Humber instructors battle suffering in Syria

Humber instructors battle suffering in Syria

Doctor, paramedic travel to war zone to teach in field hospitals
Dr. Jay Dahman and Mark Cameron in Aleppo

For Canadians Jay Dahman and Mark Cameron, teaching emergency field medicine in the heart of the ongoing Syrian conflict mostly involved dealing with the aftermaths of gun battles, mortar shell explosions and gas attacks.

They’ve taught pharmacists how to tie tourniquets.

They’ve taught doctors how to stop bleeding by inserting a needle directly into a bone.

They’ve taught teenage volunteer nurses how  to open a choked airway.

Then the winter hit – the worst in Syria in more than 20 years – and all of a sudden, gunshot wounds weren’t the only thing they had to worry about.

“Imagine facing winter in bare feet and only a single layer of clothing,” says Dahman, a physician who, along with Cameron, a paramedic, has been travelling to Syria to provide medical training for almost two years. “This is the situation in Syria now – and people, especially children, are dying because of it.”

Dahman and Cameron have now launched an intensive campaign called Coats from Canada to help stem the tide of cold-related deaths in Syria’s hardest-hit areas. Through their NGO, the Canadian International Medical Relief Organization (CIMRO), the two are collecting warm clothing and cash donations, which will then be distributed through their network of contacts in Syria and neighbouring Turkey.

“We’re doing our best to work as fast as possible, because the need is immediate,” explains Cameron, who graduated from Humber’s paramedic program in 1987 and now lives in Peterborough. “People are desperate, so we have friends who are already in the area standing by, ready to buy coats and give them to those in need within 24 hours of a monetary donation being made. We’re also trying to find ways to ship clothing donations quickly and inexpensively.”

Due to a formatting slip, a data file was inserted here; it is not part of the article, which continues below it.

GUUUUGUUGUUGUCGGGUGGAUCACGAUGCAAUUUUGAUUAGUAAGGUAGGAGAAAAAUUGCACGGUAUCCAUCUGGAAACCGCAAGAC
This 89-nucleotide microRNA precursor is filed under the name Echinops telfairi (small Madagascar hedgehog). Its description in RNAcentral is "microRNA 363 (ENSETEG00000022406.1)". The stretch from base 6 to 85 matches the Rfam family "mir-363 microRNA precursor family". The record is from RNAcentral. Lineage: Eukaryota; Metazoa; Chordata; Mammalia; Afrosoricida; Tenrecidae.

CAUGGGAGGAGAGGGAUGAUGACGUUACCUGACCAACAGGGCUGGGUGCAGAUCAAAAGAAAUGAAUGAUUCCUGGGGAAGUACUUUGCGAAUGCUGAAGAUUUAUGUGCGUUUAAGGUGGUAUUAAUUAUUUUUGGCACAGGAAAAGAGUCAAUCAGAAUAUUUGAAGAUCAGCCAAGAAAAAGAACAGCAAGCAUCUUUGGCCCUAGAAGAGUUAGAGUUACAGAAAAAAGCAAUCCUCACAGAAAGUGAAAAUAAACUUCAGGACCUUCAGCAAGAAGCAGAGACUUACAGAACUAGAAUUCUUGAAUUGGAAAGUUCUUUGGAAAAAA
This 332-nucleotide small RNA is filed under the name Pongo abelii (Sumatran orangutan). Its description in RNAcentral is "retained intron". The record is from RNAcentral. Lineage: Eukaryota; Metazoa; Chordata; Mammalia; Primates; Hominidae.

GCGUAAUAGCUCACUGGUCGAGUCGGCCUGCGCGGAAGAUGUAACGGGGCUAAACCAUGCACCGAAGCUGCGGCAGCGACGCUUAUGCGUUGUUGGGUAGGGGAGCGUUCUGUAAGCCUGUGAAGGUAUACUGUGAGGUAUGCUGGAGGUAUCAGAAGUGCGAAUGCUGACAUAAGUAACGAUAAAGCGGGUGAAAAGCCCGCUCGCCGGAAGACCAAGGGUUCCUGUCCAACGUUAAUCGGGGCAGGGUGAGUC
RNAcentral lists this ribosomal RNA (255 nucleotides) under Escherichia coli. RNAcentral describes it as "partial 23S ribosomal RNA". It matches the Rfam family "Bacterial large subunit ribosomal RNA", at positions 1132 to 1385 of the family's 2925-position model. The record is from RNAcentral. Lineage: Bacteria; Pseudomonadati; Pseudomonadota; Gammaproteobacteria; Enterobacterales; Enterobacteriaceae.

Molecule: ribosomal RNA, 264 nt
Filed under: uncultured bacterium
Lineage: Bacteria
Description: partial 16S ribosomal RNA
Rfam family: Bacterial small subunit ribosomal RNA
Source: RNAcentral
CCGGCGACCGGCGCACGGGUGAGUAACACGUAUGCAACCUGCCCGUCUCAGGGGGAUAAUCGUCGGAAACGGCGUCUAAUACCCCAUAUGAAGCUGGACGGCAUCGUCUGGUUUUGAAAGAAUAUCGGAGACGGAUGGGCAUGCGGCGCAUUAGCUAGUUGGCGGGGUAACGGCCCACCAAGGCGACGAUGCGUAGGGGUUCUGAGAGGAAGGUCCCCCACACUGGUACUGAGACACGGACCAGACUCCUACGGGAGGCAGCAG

Cameron and Dahman, who co-direct the Sunnybrook-Humber Pediatric Advanced Life Support course, say that CIMRO’s  mission is strictly humanitarian, with no political affiliation to either side of the bitter conflict.

“Ninety-five per cent of the people we treat are civilians caught in the cross-fire, but we work with  anyone who needs attention,” says Cameron. “No one takes sides when they’re treating patients, regardless of what their politics are.”

For Dahman, whose parents are Syrian, travelling back and forth to the conflict zone is hard, but rewarding.

“Saving a life is an incredibly rewarding feeling – and that helps you keep going, keep trying to make a difference,” he says. “Talk is cheap when people are dying – so we put our boots on the ground to help people who are suffering. Now we’re asking for help to make that possible.”  

To find out more about CIMRO, go to their Facebook page. To make a monetary donation, follow the link to PayPal.

Image: Dr. Jay Dahman (left) and paramedic Mark Cameron on the remains of a tank

Topic Tags

Related Articles

Upcoming Events


A League of Her Own -- Charity slo-pitch tournament

Come play slo-pitch and support Humber College and Plan Canada's Because I Am A Girl program. This event is organized by Humber event management...
Coronation Park
711 Lakeshore Blvd. W
Toronto, ON M5V 3T7
12:00pm to 2:00pm

Travel Trade Show

Find out about the study abroad experience first-hand from Humber students in the School of Hospitality, Recreation and Tourism. Check out...
205 Humber College Blvd
North Campus Concourse
Toronto, ON M9W 5L7

Escape Hunger -- fundraiser for the Ontario Association of Food Banks and the Humber Scholarship Fund

Presented by Humber Event Management students, this interactive event combines the challenge of an escape room with the fun of a party, silent...
CSI Centre for Social Innovation
720 Bathurst St.
Toronto, ON M5S 2R4